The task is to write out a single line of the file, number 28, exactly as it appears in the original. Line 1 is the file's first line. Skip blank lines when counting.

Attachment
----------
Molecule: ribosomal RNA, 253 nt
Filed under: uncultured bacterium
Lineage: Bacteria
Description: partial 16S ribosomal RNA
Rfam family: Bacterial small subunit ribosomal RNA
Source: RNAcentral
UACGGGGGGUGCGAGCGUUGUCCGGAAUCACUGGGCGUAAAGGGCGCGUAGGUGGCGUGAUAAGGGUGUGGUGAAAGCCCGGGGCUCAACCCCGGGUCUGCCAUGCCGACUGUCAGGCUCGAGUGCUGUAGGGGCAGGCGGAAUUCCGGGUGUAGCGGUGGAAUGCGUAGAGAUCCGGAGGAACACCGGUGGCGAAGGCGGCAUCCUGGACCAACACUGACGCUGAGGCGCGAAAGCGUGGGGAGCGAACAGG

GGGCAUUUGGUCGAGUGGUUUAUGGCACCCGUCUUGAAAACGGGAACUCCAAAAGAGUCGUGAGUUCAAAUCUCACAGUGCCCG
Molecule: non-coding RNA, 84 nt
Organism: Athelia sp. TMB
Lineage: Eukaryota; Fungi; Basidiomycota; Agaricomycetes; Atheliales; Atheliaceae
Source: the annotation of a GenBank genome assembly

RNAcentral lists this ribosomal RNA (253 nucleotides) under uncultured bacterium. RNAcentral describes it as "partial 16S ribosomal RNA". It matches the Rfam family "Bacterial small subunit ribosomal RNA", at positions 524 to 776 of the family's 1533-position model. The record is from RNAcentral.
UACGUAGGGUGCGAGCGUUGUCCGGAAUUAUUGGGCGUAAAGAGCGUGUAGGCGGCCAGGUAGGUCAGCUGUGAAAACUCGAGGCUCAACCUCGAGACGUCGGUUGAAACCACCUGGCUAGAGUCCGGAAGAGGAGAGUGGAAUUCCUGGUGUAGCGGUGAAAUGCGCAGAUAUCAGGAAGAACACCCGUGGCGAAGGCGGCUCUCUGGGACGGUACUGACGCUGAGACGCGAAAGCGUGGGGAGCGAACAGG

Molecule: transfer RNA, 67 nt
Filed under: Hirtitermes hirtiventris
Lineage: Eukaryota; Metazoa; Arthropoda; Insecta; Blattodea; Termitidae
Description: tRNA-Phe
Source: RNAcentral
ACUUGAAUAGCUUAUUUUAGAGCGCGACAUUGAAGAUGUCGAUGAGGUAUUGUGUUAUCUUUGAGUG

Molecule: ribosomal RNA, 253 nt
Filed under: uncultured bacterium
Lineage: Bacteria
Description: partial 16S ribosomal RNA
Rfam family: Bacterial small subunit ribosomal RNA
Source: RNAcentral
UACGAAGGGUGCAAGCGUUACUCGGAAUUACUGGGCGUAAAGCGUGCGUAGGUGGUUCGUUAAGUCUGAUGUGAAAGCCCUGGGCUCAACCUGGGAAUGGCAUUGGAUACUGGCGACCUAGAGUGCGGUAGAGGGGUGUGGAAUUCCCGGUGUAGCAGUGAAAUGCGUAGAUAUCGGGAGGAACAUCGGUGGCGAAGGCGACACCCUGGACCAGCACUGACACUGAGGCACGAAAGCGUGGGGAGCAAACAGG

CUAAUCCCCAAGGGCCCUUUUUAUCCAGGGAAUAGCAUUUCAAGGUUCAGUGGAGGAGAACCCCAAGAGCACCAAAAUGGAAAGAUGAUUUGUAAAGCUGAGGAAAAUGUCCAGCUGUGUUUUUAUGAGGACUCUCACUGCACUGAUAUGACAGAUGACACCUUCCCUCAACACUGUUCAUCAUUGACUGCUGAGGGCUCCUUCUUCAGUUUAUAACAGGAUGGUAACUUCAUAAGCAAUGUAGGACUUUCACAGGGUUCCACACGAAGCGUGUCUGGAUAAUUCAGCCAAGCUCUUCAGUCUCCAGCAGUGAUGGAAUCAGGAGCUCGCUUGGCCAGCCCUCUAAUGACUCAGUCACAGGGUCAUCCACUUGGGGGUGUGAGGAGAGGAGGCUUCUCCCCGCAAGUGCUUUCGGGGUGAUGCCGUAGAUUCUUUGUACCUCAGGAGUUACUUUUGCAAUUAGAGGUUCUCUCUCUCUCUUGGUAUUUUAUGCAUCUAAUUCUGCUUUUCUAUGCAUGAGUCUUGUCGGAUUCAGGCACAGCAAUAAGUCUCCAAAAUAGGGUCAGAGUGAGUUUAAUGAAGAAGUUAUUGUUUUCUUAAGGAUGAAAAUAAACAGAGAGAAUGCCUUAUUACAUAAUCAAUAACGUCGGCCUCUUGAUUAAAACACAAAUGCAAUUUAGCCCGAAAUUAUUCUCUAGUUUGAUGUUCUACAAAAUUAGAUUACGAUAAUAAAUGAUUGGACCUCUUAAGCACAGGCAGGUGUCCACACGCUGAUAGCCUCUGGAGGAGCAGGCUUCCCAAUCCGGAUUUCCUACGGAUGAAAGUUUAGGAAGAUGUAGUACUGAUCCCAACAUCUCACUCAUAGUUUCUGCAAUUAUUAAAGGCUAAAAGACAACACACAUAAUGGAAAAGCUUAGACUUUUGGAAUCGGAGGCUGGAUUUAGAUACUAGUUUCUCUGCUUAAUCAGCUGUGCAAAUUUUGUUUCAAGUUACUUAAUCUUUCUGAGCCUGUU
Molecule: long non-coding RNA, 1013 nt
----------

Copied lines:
CUAAUCCCCAAGGGCCCUUUUUAUCCAGGGAAUAGCAUUUCAAGGUUCAGUGGAGGAGAACCCCAAGAGCACCAAAAUGGAAAGAUGAUUUGUAAAGCUGAGGAAAAUGUCCAGCUGUGUUUUUAUGAGGACUCUCACUGCACUGAUAUGACAGAUGACACCUUCCCUCAACACUGUUCAUCAUUGACUGCUGAGGGCUCCUUCUUCAGUUUAUAACAGGAUGGUAACUUCAUAAGCAAUGUAGGACUUUCACAGGGUUCCACACGAAGCGUGUCUGGAUAAUUCAGCCAAGCUCUUCAGUCUCCAGCAGUGAUGGAAUCAGGAGCUCGCUUGGCCAGCCCUCUAAUGACUCAGUCACAGGGUCAUCCACUUGGGGGUGUGAGGAGAGGAGGCUUCUCCCCGCAAGUGCUUUCGGGGUGAUGCCGUAGAUUCUUUGUACCUCAGGAGUUACUUUUGCAAUUAGAGGUUCUCUCUCUCUCUUGGUAUUUUAUGCAUCUAAUUCUGCUUUUCUAUGCAUGAGUCUUGUCGGAUUCAGGCACAGCAAUAAGUCUCCAAAAUAGGGUCAGAGUGAGUUUAAUGAAGAAGUUAUUGUUUUCUUAAGGAUGAAAAUAAACAGAGAGAAUGCCUUAUUACAUAAUCAAUAACGUCGGCCUCUUGAUUAAAACACAAAUGCAAUUUAGCCCGAAAUUAUUCUCUAGUUUGAUGUUCUACAAAAUUAGAUUACGAUAAUAAAUGAUUGGACCUCUUAAGCACAGGCAGGUGUCCACACGCUGAUAGCCUCUGGAGGAGCAGGCUUCCCAAUCCGGAUUUCCUACGGAUGAAAGUUUAGGAAGAUGUAGUACUGAUCCCAACAUCUCACUCAUAGUUUCUGCAAUUAUUAAAGGCUAAAAGACAACACACAUAAUGGAAAAGCUUAGACUUUUGGAAUCGGAGGCUGGAUUUAGAUACUAGUUUCUCUGCUUAAUCAGCUGUGCAAAUUUUGUUUCAAGUUACUUAAUCUUUCUGAGCCUGUU